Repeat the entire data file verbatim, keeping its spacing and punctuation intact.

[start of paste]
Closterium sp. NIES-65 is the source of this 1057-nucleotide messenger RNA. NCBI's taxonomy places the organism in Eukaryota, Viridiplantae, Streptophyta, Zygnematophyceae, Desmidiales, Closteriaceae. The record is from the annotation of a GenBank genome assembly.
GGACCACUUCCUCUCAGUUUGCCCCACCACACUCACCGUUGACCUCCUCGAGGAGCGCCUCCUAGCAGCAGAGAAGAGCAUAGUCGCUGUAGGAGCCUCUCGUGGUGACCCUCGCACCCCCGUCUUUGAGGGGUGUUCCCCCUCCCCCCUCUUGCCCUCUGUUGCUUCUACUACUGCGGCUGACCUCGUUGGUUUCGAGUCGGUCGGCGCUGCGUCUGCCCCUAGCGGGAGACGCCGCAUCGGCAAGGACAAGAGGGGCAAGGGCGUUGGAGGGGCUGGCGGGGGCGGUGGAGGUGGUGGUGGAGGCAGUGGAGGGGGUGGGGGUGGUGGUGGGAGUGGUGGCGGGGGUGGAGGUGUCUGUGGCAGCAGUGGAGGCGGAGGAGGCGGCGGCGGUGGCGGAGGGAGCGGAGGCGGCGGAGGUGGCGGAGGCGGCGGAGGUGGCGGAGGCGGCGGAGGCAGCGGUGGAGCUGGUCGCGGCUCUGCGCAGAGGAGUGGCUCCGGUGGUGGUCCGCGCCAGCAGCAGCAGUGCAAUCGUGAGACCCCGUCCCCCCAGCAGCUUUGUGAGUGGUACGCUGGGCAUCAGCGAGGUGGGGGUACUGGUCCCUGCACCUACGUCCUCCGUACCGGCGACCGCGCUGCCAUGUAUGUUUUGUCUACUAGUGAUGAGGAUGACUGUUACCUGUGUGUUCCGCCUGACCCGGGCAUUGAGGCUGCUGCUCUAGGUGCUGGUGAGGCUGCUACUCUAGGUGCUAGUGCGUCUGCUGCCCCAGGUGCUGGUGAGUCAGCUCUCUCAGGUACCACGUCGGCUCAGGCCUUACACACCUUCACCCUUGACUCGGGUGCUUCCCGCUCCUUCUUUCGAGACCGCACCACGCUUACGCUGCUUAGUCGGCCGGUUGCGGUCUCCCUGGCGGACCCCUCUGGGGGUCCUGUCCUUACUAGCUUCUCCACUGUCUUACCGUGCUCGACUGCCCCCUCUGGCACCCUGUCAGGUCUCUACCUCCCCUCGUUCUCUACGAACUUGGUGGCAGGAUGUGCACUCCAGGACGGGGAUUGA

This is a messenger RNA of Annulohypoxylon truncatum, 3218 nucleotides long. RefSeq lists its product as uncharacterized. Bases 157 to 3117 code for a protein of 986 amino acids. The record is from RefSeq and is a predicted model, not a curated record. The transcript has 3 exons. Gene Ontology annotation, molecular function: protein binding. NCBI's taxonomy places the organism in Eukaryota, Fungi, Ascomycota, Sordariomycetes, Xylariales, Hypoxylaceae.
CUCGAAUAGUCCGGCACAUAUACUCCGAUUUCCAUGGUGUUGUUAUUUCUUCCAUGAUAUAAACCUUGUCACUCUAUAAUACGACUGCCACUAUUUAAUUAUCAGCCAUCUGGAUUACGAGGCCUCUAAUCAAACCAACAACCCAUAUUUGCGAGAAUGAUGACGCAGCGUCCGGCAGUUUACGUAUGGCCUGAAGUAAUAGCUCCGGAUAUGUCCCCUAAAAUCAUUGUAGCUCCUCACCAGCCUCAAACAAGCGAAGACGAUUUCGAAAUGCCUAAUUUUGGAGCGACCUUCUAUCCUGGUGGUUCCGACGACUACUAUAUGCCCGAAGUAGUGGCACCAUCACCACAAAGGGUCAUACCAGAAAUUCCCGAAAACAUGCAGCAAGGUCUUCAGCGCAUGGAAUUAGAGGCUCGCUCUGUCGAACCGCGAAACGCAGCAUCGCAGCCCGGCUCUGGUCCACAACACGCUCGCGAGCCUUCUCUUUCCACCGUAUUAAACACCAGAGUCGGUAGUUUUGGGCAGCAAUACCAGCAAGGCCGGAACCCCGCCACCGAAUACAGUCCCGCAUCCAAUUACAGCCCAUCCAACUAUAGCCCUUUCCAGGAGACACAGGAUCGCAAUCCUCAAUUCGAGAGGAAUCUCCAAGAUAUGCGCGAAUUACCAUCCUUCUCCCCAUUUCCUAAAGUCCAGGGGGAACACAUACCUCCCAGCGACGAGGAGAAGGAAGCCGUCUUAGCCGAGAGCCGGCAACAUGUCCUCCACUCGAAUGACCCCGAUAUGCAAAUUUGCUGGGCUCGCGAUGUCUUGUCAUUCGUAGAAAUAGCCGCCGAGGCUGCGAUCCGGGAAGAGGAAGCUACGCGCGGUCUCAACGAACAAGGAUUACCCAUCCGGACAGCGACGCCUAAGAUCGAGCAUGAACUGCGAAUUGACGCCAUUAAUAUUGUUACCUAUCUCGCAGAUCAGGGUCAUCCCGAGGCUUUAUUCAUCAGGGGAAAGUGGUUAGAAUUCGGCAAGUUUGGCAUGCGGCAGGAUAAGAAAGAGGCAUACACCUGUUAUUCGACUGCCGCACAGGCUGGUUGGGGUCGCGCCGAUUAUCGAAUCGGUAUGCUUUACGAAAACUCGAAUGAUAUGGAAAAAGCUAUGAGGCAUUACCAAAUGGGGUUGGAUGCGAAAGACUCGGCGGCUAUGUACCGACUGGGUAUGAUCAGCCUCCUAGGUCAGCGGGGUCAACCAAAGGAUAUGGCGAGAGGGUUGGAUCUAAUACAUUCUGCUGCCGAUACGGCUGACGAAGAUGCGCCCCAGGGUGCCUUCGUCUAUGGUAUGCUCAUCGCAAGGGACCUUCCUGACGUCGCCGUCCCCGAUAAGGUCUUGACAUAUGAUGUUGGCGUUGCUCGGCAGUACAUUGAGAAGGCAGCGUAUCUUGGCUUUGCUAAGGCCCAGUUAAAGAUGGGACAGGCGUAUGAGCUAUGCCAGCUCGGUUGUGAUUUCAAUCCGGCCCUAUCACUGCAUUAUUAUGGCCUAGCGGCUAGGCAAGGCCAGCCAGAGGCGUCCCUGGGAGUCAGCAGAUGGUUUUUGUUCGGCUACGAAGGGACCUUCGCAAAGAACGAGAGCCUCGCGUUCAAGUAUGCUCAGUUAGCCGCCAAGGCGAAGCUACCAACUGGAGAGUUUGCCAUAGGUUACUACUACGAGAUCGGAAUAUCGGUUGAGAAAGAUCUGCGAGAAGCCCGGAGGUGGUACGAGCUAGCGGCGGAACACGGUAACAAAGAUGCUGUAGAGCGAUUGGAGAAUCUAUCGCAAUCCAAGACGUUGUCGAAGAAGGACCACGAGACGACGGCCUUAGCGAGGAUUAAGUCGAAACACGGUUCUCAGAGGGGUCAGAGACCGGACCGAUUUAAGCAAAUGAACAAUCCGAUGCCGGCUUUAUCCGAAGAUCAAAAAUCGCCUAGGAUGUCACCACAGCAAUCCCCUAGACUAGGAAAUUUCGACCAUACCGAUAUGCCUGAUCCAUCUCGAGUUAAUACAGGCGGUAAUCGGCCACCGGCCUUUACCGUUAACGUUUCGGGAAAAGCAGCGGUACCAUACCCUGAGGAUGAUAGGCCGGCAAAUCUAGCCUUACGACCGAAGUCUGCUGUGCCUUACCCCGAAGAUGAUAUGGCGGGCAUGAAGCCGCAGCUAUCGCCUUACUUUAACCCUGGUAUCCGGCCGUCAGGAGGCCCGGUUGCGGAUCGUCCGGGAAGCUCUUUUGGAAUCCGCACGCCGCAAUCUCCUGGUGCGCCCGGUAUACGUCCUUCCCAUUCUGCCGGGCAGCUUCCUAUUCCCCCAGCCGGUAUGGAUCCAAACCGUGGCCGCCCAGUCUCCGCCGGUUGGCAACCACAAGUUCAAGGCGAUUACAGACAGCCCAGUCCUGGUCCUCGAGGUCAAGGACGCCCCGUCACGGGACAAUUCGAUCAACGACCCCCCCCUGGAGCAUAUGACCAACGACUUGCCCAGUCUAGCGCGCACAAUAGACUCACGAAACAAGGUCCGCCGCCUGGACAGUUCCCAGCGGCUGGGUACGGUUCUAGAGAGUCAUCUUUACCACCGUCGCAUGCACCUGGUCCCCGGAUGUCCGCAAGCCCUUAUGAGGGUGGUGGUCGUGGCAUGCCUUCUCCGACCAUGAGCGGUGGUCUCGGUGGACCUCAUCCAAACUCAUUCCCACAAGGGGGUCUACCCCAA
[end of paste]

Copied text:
Closterium sp. NIES-65 is the source of this 1057-nucleotide messenger RNA. NCBI's taxonomy places the organism in Eukaryota, Viridiplantae, Streptophyta, Zygnematophyceae, Desmidiales, Closteriaceae. The record is from the annotation of a GenBank genome assembly.
GGACCACUUCCUCUCAGUUUGCCCCACCACACUCACCGUUGACCUCCUCGAGGAGCGCCUCCUAGCAGCAGAGAAGAGCAUAGUCGCUGUAGGAGCCUCUCGUGGUGACCCUCGCACCCCCGUCUUUGAGGGGUGUUCCCCCUCCCCCCUCUUGCCCUCUGUUGCUUCUACUACUGCGGCUGACCUCGUUGGUUUCGAGUCGGUCGGCGCUGCGUCUGCCCCUAGCGGGAGACGCCGCAUCGGCAAGGACAAGAGGGGCAAGGGCGUUGGAGGGGCUGGCGGGGGCGGUGGAGGUGGUGGUGGAGGCAGUGGAGGGGGUGGGGGUGGUGGUGGGAGUGGUGGCGGGGGUGGAGGUGUCUGUGGCAGCAGUGGAGGCGGAGGAGGCGGCGGCGGUGGCGGAGGGAGCGGAGGCGGCGGAGGUGGCGGAGGCGGCGGAGGUGGCGGAGGCGGCGGAGGCAGCGGUGGAGCUGGUCGCGGCUCUGCGCAGAGGAGUGGCUCCGGUGGUGGUCCGCGCCAGCAGCAGCAGUGCAAUCGUGAGACCCCGUCCCCCCAGCAGCUUUGUGAGUGGUACGCUGGGCAUCAGCGAGGUGGGGGUACUGGUCCCUGCACCUACGUCCUCCGUACCGGCGACCGCGCUGCCAUGUAUGUUUUGUCUACUAGUGAUGAGGAUGACUGUUACCUGUGUGUUCCGCCUGACCCGGGCAUUGAGGCUGCUGCUCUAGGUGCUGGUGAGGCUGCUACUCUAGGUGCUAGUGCGUCUGCUGCCCCAGGUGCUGGUGAGUCAGCUCUCUCAGGUACCACGUCGGCUCAGGCCUUACACACCUUCACCCUUGACUCGGGUGCUUCCCGCUCCUUCUUUCGAGACCGCACCACGCUUACGCUGCUUAGUCGGCCGGUUGCGGUCUCCCUGGCGGACCCCUCUGGGGGUCCUGUCCUUACUAGCUUCUCCACUGUCUUACCGUGCUCGACUGCCCCCUCUGGCACCCUGUCAGGUCUCUACCUCCCCUCGUUCUCUACGAACUUGGUGGCAGGAUGUGCACUCCAGGACGGGGAUUGA

This is a messenger RNA of Annulohypoxylon truncatum, 3218 nucleotides long. RefSeq lists its product as uncharacterized. Bases 157 to 3117 code for a protein of 986 amino acids. The record is from RefSeq and is a predicted model, not a curated record. The transcript has 3 exons. Gene Ontology annotation, molecular function: protein binding. NCBI's taxonomy places the organism in Eukaryota, Fungi, Ascomycota, Sordariomycetes, Xylariales, Hypoxylaceae.
CUCGAAUAGUCCGGCACAUAUACUCCGAUUUCCAUGGUGUUGUUAUUUCUUCCAUGAUAUAAACCUUGUCACUCUAUAAUACGACUGCCACUAUUUAAUUAUCAGCCAUCUGGAUUACGAGGCCUCUAAUCAAACCAACAACCCAUAUUUGCGAGAAUGAUGACGCAGCGUCCGGCAGUUUACGUAUGGCCUGAAGUAAUAGCUCCGGAUAUGUCCCCUAAAAUCAUUGUAGCUCCUCACCAGCCUCAAACAAGCGAAGACGAUUUCGAAAUGCCUAAUUUUGGAGCGACCUUCUAUCCUGGUGGUUCCGACGACUACUAUAUGCCCGAAGUAGUGGCACCAUCACCACAAAGGGUCAUACCAGAAAUUCCCGAAAACAUGCAGCAAGGUCUUCAGCGCAUGGAAUUAGAGGCUCGCUCUGUCGAACCGCGAAACGCAGCAUCGCAGCCCGGCUCUGGUCCACAACACGCUCGCGAGCCUUCUCUUUCCACCGUAUUAAACACCAGAGUCGGUAGUUUUGGGCAGCAAUACCAGCAAGGCCGGAACCCCGCCACCGAAUACAGUCCCGCAUCCAAUUACAGCCCAUCCAACUAUAGCCCUUUCCAGGAGACACAGGAUCGCAAUCCUCAAUUCGAGAGGAAUCUCCAAGAUAUGCGCGAAUUACCAUCCUUCUCCCCAUUUCCUAAAGUCCAGGGGGAACACAUACCUCCCAGCGACGAGGAGAAGGAAGCCGUCUUAGCCGAGAGCCGGCAACAUGUCCUCCACUCGAAUGACCCCGAUAUGCAAAUUUGCUGGGCUCGCGAUGUCUUGUCAUUCGUAGAAAUAGCCGCCGAGGCUGCGAUCCGGGAAGAGGAAGCUACGCGCGGUCUCAACGAACAAGGAUUACCCAUCCGGACAGCGACGCCUAAGAUCGAGCAUGAACUGCGAAUUGACGCCAUUAAUAUUGUUACCUAUCUCGCAGAUCAGGGUCAUCCCGAGGCUUUAUUCAUCAGGGGAAAGUGGUUAGAAUUCGGCAAGUUUGGCAUGCGGCAGGAUAAGAAAGAGGCAUACACCUGUUAUUCGACUGCCGCACAGGCUGGUUGGGGUCGCGCCGAUUAUCGAAUCGGUAUGCUUUACGAAAACUCGAAUGAUAUGGAAAAAGCUAUGAGGCAUUACCAAAUGGGGUUGGAUGCGAAAGACUCGGCGGCUAUGUACCGACUGGGUAUGAUCAGCCUCCUAGGUCAGCGGGGUCAACCAAAGGAUAUGGCGAGAGGGUUGGAUCUAAUACAUUCUGCUGCCGAUACGGCUGACGAAGAUGCGCCCCAGGGUGCCUUCGUCUAUGGUAUGCUCAUCGCAAGGGACCUUCCUGACGUCGCCGUCCCCGAUAAGGUCUUGACAUAUGAUGUUGGCGUUGCUCGGCAGUACAUUGAGAAGGCAGCGUAUCUUGGCUUUGCUAAGGCCCAGUUAAAGAUGGGACAGGCGUAUGAGCUAUGCCAGCUCGGUUGUGAUUUCAAUCCGGCCCUAUCACUGCAUUAUUAUGGCCUAGCGGCUAGGCAAGGCCAGCCAGAGGCGUCCCUGGGAGUCAGCAGAUGGUUUUUGUUCGGCUACGAAGGGACCUUCGCAAAGAACGAGAGCCUCGCGUUCAAGUAUGCUCAGUUAGCCGCCAAGGCGAAGCUACCAACUGGAGAGUUUGCCAUAGGUUACUACUACGAGAUCGGAAUAUCGGUUGAGAAAGAUCUGCGAGAAGCCCGGAGGUGGUACGAGCUAGCGGCGGAACACGGUAACAAAGAUGCUGUAGAGCGAUUGGAGAAUCUAUCGCAAUCCAAGACGUUGUCGAAGAAGGACCACGAGACGACGGCCUUAGCGAGGAUUAAGUCGAAACACGGUUCUCAGAGGGGUCAGAGACCGGACCGAUUUAAGCAAAUGAACAAUCCGAUGCCGGCUUUAUCCGAAGAUCAAAAAUCGCCUAGGAUGUCACCACAGCAAUCCCCUAGACUAGGAAAUUUCGACCAUACCGAUAUGCCUGAUCCAUCUCGAGUUAAUACAGGCGGUAAUCGGCCACCGGCCUUUACCGUUAACGUUUCGGGAAAAGCAGCGGUACCAUACCCUGAGGAUGAUAGGCCGGCAAAUCUAGCCUUACGACCGAAGUCUGCUGUGCCUUACCCCGAAGAUGAUAUGGCGGGCAUGAAGCCGCAGCUAUCGCCUUACUUUAACCCUGGUAUCCGGCCGUCAGGAGGCCCGGUUGCGGAUCGUCCGGGAAGCUCUUUUGGAAUCCGCACGCCGCAAUCUCCUGGUGCGCCCGGUAUACGUCCUUCCCAUUCUGCCGGGCAGCUUCCUAUUCCCCCAGCCGGUAUGGAUCCAAACCGUGGCCGCCCAGUCUCCGCCGGUUGGCAACCACAAGUUCAAGGCGAUUACAGACAGCCCAGUCCUGGUCCUCGAGGUCAAGGACGCCCCGUCACGGGACAAUUCGAUCAACGACCCCCCCCUGGAGCAUAUGACCAACGACUUGCCCAGUCUAGCGCGCACAAUAGACUCACGAAACAAGGUCCGCCGCCUGGACAGUUCCCAGCGGCUGGGUACGGUUCUAGAGAGUCAUCUUUACCACCGUCGCAUGCACCUGGUCCCCGGAUGUCCGCAAGCCCUUAUGAGGGUGGUGGUCGUGGCAUGCCUUCUCCGACCAUGAGCGGUGGUCUCGGUGGACCUCAUCCAAACUCAUUCCCACAAGGGGGUCUACCCCAA